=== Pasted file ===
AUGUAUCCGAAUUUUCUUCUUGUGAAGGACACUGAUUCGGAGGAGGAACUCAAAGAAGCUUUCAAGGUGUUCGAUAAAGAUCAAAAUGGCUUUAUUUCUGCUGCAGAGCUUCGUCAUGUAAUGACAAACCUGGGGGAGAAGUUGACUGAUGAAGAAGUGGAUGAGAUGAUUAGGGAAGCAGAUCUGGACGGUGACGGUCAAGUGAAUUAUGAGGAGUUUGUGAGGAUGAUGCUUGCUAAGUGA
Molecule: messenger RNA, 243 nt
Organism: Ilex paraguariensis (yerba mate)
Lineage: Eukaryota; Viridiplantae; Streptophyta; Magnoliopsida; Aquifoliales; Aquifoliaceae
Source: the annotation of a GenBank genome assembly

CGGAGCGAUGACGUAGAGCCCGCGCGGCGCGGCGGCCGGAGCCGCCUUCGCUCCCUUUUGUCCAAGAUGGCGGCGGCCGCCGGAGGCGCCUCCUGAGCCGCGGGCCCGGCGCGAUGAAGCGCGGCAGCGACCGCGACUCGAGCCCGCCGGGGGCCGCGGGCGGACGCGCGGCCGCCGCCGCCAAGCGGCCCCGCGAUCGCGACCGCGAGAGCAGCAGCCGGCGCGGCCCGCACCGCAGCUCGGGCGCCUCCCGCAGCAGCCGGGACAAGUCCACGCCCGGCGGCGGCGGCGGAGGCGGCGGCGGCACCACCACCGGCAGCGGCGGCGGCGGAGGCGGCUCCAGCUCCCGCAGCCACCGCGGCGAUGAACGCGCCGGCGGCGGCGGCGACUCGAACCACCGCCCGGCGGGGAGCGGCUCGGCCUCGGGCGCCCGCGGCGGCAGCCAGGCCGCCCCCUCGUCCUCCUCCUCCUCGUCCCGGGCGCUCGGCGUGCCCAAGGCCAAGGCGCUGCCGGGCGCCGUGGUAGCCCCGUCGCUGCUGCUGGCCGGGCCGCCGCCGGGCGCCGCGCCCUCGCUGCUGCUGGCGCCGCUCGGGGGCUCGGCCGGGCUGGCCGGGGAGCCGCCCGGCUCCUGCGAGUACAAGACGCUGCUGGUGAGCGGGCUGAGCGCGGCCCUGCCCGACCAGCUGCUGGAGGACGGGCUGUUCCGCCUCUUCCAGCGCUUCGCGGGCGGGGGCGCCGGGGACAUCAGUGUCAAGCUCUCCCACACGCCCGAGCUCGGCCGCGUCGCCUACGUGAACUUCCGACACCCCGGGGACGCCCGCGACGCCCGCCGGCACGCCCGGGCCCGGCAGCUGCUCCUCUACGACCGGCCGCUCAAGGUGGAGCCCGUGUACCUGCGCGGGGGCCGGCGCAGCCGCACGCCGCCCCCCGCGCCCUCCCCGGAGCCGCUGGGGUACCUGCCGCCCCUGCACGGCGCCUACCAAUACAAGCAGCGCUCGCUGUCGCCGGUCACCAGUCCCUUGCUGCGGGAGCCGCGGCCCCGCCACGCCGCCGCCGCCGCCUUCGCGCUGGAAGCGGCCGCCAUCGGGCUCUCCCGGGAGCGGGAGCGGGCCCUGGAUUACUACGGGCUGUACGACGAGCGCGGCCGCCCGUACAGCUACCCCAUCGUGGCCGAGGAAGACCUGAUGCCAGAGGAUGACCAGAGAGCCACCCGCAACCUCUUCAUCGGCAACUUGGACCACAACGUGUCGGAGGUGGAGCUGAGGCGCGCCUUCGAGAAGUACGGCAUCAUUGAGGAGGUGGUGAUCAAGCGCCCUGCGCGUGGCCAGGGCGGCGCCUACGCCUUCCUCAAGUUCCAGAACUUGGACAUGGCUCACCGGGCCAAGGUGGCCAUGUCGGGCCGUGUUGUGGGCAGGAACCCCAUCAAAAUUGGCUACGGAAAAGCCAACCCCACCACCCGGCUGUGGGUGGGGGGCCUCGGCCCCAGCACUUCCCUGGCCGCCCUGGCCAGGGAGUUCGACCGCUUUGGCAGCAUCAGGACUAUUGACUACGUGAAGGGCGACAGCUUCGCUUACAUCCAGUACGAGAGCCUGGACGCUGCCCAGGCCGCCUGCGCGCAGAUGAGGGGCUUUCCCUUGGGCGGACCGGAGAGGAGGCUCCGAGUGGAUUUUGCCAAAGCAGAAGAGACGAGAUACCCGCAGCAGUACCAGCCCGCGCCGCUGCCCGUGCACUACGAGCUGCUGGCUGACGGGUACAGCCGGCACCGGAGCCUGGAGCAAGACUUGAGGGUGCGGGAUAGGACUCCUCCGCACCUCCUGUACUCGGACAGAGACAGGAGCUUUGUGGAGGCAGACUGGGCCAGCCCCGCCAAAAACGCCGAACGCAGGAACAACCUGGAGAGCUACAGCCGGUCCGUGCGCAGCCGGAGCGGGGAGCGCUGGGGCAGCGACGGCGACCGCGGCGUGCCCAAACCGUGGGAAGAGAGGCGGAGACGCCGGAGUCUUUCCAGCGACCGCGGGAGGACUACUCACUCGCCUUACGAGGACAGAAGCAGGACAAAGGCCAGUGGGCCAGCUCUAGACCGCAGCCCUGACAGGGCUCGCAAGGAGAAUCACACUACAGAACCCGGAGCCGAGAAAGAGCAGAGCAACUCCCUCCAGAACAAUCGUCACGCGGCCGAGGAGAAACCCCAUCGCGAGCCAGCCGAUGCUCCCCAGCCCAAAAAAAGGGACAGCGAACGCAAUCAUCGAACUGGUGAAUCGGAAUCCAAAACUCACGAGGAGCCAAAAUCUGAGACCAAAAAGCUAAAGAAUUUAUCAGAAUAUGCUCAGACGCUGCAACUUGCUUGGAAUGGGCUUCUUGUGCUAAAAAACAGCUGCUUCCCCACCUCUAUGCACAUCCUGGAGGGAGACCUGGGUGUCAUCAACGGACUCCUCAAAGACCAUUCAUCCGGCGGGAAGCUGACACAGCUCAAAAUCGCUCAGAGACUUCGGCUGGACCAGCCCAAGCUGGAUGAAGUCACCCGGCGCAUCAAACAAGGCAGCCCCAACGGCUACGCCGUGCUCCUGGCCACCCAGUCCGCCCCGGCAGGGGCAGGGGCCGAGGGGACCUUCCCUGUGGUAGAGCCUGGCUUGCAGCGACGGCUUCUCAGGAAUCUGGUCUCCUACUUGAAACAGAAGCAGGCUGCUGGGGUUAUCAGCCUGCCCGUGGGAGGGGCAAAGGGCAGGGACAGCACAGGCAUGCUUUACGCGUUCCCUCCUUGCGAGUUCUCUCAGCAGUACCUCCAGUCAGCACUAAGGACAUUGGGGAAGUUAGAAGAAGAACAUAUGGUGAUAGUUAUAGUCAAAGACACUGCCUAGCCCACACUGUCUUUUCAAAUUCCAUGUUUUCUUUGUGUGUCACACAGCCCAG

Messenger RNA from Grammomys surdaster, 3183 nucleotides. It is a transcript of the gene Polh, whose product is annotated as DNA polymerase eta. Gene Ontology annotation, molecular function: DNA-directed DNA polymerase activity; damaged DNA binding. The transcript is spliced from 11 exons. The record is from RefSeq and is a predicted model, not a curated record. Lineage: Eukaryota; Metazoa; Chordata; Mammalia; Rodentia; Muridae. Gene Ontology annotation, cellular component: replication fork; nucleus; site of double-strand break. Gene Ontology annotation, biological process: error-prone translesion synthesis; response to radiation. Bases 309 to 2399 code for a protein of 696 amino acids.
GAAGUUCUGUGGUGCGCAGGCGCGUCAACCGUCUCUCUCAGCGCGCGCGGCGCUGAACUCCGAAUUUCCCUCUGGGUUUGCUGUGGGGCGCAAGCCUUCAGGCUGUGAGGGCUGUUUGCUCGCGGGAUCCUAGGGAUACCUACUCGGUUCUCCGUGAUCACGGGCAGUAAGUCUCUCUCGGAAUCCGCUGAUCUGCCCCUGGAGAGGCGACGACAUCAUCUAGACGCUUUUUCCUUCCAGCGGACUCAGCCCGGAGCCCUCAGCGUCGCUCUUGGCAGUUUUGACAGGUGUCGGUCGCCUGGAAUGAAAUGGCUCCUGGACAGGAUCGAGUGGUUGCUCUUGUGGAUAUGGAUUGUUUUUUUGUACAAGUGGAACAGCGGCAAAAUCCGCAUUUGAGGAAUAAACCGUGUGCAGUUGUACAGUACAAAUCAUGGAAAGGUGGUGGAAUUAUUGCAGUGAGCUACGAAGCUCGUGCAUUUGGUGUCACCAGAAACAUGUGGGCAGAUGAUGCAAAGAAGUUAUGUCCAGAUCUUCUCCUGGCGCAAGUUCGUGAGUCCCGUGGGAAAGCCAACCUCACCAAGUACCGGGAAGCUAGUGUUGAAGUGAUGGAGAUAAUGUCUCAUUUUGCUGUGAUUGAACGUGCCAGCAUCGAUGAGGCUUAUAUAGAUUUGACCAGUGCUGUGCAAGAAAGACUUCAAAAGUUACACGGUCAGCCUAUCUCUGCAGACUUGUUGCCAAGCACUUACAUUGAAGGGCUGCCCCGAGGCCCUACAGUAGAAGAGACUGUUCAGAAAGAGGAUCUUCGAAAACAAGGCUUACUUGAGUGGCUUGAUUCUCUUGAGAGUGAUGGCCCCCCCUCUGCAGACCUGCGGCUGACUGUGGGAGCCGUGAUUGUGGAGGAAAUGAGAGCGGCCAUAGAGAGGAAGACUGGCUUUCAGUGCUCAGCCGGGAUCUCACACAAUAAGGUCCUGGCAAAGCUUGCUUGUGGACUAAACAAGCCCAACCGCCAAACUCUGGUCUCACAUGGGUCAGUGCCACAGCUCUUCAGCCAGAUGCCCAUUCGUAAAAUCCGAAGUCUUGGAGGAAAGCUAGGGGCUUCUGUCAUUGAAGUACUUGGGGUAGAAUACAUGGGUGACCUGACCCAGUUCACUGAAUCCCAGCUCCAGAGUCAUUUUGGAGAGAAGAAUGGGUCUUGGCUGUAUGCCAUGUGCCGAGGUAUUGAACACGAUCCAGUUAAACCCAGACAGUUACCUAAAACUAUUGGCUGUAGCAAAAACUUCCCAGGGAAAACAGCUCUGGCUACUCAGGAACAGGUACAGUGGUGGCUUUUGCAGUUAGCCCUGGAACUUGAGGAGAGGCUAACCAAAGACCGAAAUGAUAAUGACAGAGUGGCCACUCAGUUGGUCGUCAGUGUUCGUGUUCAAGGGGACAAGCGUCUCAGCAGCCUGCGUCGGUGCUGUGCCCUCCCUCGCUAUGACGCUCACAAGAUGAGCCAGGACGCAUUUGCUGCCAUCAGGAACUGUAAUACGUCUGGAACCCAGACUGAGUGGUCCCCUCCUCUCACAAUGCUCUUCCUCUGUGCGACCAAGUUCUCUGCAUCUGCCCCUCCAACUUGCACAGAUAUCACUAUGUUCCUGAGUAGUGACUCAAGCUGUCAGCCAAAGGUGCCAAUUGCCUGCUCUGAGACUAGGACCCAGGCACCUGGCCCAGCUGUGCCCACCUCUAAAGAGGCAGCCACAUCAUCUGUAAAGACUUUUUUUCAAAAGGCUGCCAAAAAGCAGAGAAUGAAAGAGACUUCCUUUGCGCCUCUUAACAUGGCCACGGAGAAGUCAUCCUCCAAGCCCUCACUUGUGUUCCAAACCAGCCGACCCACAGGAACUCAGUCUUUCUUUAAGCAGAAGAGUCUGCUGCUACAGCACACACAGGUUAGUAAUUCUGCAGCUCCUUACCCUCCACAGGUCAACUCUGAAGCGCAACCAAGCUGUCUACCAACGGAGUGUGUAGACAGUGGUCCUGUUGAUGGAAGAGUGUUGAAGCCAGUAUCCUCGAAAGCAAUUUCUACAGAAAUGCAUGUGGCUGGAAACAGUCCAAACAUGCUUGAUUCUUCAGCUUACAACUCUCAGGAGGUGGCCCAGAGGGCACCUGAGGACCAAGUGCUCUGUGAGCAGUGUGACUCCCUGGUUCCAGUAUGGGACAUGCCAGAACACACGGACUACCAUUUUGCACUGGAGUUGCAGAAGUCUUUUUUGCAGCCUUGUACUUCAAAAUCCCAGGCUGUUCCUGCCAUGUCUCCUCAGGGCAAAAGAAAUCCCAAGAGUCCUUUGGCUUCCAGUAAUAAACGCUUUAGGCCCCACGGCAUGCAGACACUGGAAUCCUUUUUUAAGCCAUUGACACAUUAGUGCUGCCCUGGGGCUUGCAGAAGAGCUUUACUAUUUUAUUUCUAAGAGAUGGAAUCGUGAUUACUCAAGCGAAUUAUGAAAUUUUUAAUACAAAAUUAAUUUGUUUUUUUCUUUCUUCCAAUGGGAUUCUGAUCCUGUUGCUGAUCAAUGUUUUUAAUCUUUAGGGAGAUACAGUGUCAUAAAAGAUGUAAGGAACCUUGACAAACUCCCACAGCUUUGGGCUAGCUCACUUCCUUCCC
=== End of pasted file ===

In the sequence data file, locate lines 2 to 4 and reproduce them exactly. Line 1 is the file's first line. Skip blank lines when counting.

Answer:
Molecule: messenger RNA, 243 nt
Organism: Ilex paraguariensis (yerba mate)
Lineage: Eukaryota; Viridiplantae; Streptophyta; Magnoliopsida; Aquifoliales; Aquifoliaceae